There is, however, one more test that should be performed before pulling the trigger on that non-communicating PCM, and that is checking the sensor reference voltage output.
Doing this reference voltage test requires measuring for both proper voltage level and current draw on the same wire at the same time as shown in Figure 1. We need both current and voltage to be measured to first determine whether the lack of 5V reference is due to the PCM not being able to output the proper voltage because of an internal defect. In this scenario, the voltage will be low and very little current will be flowing in that reference wire. On the other hand, if the proper voltage output from the PCM is being pulled low due to a shorted sensor or harness defect, the voltage still will be low, but too much current will be flowing in the wire. The current flow level in the wire is the key in determining which of these two defects is the true cause of the problem.
How much current draw should you expect? On the defect-free systems I have tested using an inductive current probe, they have all come out to less than 100mA (milliamps or 0.100A) of current flow. This is barely enough for the current probe to measure accurately, so not much current at all.
Figure 2 is showing the voltage and current from a 2001 Dodge Dakota with a no start complaint due to a non-communicating PCM. This vehicle had a shorted cam position sensor (CMP).
As soon as we turned the key on, the PCM was never able to provide its required 5V reference. The current on the wire jumped from 0A to 2.25A! During the next 13 seconds, the PCM's internal protection circuitry ramped the output current down to 400mA, which is still much too high compared to the less than 100mA on a normal vehicle. Even with 2.25A of current flowing, the PCM could not get the voltage level above 1V, let alone up to a normal 5V, due to the shorted CMP.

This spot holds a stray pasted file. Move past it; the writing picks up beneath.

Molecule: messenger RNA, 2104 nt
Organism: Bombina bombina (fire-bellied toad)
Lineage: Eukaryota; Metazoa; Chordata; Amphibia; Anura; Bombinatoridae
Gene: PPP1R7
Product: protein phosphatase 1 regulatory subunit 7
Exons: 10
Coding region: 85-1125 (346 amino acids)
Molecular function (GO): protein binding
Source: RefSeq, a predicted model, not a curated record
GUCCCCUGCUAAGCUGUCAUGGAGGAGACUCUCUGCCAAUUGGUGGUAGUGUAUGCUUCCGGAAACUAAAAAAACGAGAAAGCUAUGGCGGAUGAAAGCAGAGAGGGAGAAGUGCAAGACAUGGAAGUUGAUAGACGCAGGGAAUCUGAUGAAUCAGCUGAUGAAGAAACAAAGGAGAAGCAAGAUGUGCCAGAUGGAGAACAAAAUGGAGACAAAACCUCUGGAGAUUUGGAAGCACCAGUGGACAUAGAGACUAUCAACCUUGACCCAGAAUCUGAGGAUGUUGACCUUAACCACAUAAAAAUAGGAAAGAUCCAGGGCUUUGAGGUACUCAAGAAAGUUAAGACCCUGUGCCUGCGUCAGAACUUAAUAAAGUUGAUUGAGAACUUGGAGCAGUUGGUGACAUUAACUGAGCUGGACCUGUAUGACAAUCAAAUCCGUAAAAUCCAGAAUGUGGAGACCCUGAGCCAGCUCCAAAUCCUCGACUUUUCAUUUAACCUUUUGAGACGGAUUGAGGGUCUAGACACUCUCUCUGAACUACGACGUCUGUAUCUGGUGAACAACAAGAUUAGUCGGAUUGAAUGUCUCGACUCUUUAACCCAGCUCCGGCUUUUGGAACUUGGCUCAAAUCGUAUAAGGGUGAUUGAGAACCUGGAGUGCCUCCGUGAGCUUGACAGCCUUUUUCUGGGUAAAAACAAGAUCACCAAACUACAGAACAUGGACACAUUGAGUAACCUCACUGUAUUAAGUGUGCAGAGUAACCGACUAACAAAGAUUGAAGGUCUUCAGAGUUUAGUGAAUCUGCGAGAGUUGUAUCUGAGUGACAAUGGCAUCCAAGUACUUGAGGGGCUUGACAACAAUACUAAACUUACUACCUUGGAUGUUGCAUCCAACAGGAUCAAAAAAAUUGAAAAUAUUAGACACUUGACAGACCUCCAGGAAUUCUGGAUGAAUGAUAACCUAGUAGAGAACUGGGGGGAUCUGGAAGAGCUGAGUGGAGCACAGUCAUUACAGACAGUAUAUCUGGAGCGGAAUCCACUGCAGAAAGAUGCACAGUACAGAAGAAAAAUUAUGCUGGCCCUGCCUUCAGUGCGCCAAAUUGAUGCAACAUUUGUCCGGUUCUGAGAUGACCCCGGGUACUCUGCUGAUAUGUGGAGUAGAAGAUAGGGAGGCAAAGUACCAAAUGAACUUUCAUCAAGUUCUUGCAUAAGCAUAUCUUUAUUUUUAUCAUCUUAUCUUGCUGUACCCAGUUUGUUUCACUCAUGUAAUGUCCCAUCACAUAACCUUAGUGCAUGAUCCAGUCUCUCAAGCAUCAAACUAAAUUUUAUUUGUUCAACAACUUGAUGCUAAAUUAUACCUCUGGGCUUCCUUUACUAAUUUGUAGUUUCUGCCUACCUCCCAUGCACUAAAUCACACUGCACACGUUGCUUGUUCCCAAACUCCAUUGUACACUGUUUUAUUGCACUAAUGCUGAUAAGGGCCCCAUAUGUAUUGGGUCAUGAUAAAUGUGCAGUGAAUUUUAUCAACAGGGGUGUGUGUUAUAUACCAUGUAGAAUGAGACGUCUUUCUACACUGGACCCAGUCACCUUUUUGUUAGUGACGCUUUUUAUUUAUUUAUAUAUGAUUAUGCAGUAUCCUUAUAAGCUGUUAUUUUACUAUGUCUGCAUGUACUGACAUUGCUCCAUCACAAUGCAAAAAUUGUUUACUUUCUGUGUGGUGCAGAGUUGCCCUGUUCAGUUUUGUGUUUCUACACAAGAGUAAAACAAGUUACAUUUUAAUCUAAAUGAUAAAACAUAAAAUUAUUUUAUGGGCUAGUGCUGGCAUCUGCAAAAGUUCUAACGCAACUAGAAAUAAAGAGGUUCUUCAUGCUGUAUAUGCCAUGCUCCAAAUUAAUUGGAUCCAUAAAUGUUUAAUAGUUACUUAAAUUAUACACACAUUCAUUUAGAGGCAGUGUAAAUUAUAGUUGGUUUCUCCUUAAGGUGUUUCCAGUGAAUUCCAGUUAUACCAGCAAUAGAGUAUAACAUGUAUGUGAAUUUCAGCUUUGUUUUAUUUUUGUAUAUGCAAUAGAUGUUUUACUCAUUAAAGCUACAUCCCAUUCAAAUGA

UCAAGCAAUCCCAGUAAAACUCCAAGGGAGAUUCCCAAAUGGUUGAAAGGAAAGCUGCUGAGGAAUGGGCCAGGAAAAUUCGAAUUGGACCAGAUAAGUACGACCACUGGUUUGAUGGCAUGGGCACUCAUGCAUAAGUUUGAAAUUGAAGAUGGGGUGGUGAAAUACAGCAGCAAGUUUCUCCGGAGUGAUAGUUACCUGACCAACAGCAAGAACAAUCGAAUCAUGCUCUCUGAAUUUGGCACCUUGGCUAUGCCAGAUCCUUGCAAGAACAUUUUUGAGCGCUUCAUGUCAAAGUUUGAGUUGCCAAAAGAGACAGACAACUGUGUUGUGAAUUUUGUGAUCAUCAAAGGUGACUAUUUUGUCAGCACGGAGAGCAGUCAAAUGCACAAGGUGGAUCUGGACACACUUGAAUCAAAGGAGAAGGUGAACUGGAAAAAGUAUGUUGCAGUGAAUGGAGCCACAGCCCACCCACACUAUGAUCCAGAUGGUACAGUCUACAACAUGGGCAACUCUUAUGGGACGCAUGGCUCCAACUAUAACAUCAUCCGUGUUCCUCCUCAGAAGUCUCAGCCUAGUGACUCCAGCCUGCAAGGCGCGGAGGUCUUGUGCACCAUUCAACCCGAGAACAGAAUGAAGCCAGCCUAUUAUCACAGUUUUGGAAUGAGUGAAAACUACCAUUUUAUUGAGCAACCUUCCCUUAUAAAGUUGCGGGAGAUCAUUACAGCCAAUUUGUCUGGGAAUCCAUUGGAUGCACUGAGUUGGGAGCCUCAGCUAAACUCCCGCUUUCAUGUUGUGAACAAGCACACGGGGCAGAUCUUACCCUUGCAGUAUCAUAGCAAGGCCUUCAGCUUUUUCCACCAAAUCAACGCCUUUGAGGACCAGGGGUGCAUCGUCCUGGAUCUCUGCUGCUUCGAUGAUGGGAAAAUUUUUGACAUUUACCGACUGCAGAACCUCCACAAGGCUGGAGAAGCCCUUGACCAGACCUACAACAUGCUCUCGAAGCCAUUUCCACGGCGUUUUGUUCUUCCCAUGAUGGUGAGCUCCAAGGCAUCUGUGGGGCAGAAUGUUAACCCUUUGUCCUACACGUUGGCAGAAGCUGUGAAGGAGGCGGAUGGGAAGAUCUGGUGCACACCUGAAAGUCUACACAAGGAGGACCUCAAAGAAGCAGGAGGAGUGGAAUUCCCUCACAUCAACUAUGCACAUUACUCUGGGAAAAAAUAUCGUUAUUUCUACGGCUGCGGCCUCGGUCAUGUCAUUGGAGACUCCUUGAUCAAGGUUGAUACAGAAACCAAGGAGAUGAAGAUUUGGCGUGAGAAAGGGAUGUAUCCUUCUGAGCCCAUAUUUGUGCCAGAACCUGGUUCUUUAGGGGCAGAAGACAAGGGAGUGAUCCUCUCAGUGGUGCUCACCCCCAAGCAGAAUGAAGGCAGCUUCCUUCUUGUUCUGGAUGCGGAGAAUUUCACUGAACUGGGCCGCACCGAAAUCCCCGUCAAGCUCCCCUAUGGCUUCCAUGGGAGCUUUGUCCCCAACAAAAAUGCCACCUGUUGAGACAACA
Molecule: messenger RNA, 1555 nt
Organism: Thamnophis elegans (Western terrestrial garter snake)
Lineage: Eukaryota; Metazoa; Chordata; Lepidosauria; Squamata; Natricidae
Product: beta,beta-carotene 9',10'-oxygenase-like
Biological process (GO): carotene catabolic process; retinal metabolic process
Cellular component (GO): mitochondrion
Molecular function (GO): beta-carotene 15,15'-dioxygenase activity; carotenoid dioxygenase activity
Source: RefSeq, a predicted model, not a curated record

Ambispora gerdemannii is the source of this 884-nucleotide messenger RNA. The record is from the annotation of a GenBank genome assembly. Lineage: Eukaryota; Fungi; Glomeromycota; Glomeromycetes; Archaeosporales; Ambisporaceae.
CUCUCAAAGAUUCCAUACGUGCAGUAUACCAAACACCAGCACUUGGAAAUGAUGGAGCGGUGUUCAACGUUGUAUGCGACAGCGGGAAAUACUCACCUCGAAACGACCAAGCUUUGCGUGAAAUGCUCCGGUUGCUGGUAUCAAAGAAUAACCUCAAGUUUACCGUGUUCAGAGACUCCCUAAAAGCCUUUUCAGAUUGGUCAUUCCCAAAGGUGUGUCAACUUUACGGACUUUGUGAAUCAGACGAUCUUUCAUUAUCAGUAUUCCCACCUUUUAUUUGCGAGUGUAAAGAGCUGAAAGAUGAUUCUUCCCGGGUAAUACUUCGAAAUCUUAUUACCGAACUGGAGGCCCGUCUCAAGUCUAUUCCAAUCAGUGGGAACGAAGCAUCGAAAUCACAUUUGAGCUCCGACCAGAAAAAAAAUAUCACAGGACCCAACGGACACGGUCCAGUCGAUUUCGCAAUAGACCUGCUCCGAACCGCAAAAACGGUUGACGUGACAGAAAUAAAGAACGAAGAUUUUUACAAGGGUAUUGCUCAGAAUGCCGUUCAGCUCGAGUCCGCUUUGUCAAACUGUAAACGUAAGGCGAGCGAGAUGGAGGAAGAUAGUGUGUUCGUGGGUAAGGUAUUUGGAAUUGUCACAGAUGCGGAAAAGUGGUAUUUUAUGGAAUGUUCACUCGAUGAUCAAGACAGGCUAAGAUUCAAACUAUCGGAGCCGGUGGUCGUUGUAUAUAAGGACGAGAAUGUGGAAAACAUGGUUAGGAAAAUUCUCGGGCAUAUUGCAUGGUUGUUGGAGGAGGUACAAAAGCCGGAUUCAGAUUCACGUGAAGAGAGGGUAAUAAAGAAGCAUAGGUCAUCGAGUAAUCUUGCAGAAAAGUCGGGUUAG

Once you have determined that the defect is outside the PCM, you will need to locate the cause of the shorted reference line. Start by having your scanner plugged in and then start unplugging sensors, one at a time. Cycle the key off for 30 seconds between checks to let the PCM reset.
Then turn the key back on and see if the PCM now communicates with the scanner. Repeat this Key off/Key on procedure for each disconnected sensor.
I cycle the key off rather than just leave the key on and watch the current level, because I do not like to leave the key on for extended periods with an excess current draw on the PCM. I have never seen a PCM damaged by a shorted sensor, but I do not want to see one either.
In Figure 3, you can see where I unplugged the offending CMP sensor, and the reference voltage immediately jumped up to a normal 5V. At the same time, the current dropped to almost nothing. The PCM now had communication and would start and run.
Of course, if none of the sensors themselves are shorted, you might have to locate a short in the harness leading to them.
Jim Garrido of "Have Scanner Will Travel" is an on-site mobile diagnostics expert for hire. Jim services independent repair shops in central North Carolina. He also teaches diagnostic classes regionally for CARQUEST Technical Institute.